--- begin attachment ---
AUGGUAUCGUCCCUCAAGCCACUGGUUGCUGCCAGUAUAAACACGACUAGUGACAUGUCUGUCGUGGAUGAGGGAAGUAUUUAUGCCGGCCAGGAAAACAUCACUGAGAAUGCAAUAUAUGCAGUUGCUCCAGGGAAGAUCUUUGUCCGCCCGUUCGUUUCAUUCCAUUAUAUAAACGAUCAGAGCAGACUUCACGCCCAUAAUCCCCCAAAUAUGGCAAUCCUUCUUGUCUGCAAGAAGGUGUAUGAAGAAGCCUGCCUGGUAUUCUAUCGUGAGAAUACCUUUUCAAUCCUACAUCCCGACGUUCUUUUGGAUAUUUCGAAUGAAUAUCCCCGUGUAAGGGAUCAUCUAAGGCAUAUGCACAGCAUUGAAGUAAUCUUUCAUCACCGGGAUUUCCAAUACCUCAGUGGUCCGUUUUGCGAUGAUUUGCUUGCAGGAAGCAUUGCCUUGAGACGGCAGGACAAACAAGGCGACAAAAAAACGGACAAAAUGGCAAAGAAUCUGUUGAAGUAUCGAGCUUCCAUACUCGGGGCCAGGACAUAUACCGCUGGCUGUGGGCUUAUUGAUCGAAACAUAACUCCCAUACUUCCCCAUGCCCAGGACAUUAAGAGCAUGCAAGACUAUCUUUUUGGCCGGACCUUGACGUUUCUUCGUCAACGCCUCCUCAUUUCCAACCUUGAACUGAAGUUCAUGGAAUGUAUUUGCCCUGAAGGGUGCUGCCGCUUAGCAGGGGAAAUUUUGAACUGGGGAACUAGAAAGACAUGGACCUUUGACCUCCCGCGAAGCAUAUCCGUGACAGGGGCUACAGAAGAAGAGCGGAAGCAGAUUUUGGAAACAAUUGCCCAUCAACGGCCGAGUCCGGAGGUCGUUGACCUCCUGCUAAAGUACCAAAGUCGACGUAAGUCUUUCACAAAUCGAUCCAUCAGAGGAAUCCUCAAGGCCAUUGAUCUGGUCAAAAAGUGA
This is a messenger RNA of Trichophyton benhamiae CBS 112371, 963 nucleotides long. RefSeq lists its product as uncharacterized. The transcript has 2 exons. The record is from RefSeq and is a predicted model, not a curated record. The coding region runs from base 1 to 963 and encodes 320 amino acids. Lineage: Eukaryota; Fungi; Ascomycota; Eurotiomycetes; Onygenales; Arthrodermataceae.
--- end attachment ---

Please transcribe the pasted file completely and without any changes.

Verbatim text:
AUGGUAUCGUCCCUCAAGCCACUGGUUGCUGCCAGUAUAAACACGACUAGUGACAUGUCUGUCGUGGAUGAGGGAAGUAUUUAUGCCGGCCAGGAAAACAUCACUGAGAAUGCAAUAUAUGCAGUUGCUCCAGGGAAGAUCUUUGUCCGCCCGUUCGUUUCAUUCCAUUAUAUAAACGAUCAGAGCAGACUUCACGCCCAUAAUCCCCCAAAUAUGGCAAUCCUUCUUGUCUGCAAGAAGGUGUAUGAAGAAGCCUGCCUGGUAUUCUAUCGUGAGAAUACCUUUUCAAUCCUACAUCCCGACGUUCUUUUGGAUAUUUCGAAUGAAUAUCCCCGUGUAAGGGAUCAUCUAAGGCAUAUGCACAGCAUUGAAGUAAUCUUUCAUCACCGGGAUUUCCAAUACCUCAGUGGUCCGUUUUGCGAUGAUUUGCUUGCAGGAAGCAUUGCCUUGAGACGGCAGGACAAACAAGGCGACAAAAAAACGGACAAAAUGGCAAAGAAUCUGUUGAAGUAUCGAGCUUCCAUACUCGGGGCCAGGACAUAUACCGCUGGCUGUGGGCUUAUUGAUCGAAACAUAACUCCCAUACUUCCCCAUGCCCAGGACAUUAAGAGCAUGCAAGACUAUCUUUUUGGCCGGACCUUGACGUUUCUUCGUCAACGCCUCCUCAUUUCCAACCUUGAACUGAAGUUCAUGGAAUGUAUUUGCCCUGAAGGGUGCUGCCGCUUAGCAGGGGAAAUUUUGAACUGGGGAACUAGAAAGACAUGGACCUUUGACCUCCCGCGAAGCAUAUCCGUGACAGGGGCUACAGAAGAAGAGCGGAAGCAGAUUUUGGAAACAAUUGCCCAUCAACGGCCGAGUCCGGAGGUCGUUGACCUCCUGCUAAAGUACCAAAGUCGACGUAAGUCUUUCACAAAUCGAUCCAUCAGAGGAAUCCUCAAGGCCAUUGAUCUGGUCAAAAAGUGA
This is a messenger RNA of Trichophyton benhamiae CBS 112371, 963 nucleotides long. RefSeq lists its product as uncharacterized. The transcript has 2 exons. The record is from RefSeq and is a predicted model, not a curated record. The coding region runs from base 1 to 963 and encodes 320 amino acids. Lineage: Eukaryota; Fungi; Ascomycota; Eurotiomycetes; Onygenales; Arthrodermataceae.